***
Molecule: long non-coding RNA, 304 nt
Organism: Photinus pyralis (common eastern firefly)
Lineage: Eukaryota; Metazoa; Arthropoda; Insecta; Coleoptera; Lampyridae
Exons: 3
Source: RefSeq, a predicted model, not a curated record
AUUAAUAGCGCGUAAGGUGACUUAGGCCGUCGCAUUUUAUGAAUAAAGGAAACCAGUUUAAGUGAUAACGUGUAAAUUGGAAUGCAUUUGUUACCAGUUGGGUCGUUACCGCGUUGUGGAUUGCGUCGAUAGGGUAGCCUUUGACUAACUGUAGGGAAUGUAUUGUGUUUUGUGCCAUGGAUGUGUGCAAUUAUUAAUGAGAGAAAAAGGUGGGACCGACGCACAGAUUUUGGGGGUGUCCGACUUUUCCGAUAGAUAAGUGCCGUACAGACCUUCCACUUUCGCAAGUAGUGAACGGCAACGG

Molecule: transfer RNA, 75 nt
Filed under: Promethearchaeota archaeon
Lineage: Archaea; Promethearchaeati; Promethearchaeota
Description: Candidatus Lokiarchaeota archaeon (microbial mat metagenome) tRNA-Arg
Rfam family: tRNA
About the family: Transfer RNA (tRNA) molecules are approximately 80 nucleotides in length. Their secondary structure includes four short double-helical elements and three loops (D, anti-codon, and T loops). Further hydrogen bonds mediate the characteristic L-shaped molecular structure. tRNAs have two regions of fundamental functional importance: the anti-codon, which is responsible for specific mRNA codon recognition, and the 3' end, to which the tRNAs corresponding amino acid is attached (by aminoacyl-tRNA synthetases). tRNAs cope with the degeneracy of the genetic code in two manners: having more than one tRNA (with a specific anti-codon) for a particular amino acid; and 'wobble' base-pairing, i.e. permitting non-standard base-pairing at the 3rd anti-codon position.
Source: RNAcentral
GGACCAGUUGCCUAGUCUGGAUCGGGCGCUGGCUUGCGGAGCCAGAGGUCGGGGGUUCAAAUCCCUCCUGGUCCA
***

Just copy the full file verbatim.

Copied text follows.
Molecule: long non-coding RNA, 304 nt
Organism: Photinus pyralis (common eastern firefly)
Lineage: Eukaryota; Metazoa; Arthropoda; Insecta; Coleoptera; Lampyridae
Exons: 3
Source: RefSeq, a predicted model, not a curated record
AUUAAUAGCGCGUAAGGUGACUUAGGCCGUCGCAUUUUAUGAAUAAAGGAAACCAGUUUAAGUGAUAACGUGUAAAUUGGAAUGCAUUUGUUACCAGUUGGGUCGUUACCGCGUUGUGGAUUGCGUCGAUAGGGUAGCCUUUGACUAACUGUAGGGAAUGUAUUGUGUUUUGUGCCAUGGAUGUGUGCAAUUAUUAAUGAGAGAAAAAGGUGGGACCGACGCACAGAUUUUGGGGGUGUCCGACUUUUCCGAUAGAUAAGUGCCGUACAGACCUUCCACUUUCGCAAGUAGUGAACGGCAACGG

Molecule: transfer RNA, 75 nt
Filed under: Promethearchaeota archaeon
Lineage: Archaea; Promethearchaeati; Promethearchaeota
Description: Candidatus Lokiarchaeota archaeon (microbial mat metagenome) tRNA-Arg
Rfam family: tRNA
About the family: Transfer RNA (tRNA) molecules are approximately 80 nucleotides in length. Their secondary structure includes four short double-helical elements and three loops (D, anti-codon, and T loops). Further hydrogen bonds mediate the characteristic L-shaped molecular structure. tRNAs have two regions of fundamental functional importance: the anti-codon, which is responsible for specific mRNA codon recognition, and the 3' end, to which the tRNAs corresponding amino acid is attached (by aminoacyl-tRNA synthetases). tRNAs cope with the degeneracy of the genetic code in two manners: having more than one tRNA (with a specific anti-codon) for a particular amino acid; and 'wobble' base-pairing, i.e. permitting non-standard base-pairing at the 3rd anti-codon position.
Source: RNAcentral
GGACCAGUUGCCUAGUCUGGAUCGGGCGCUGGCUUGCGGAGCCAGAGGUCGGGGGUUCAAAUCCCUCCUGGUCCA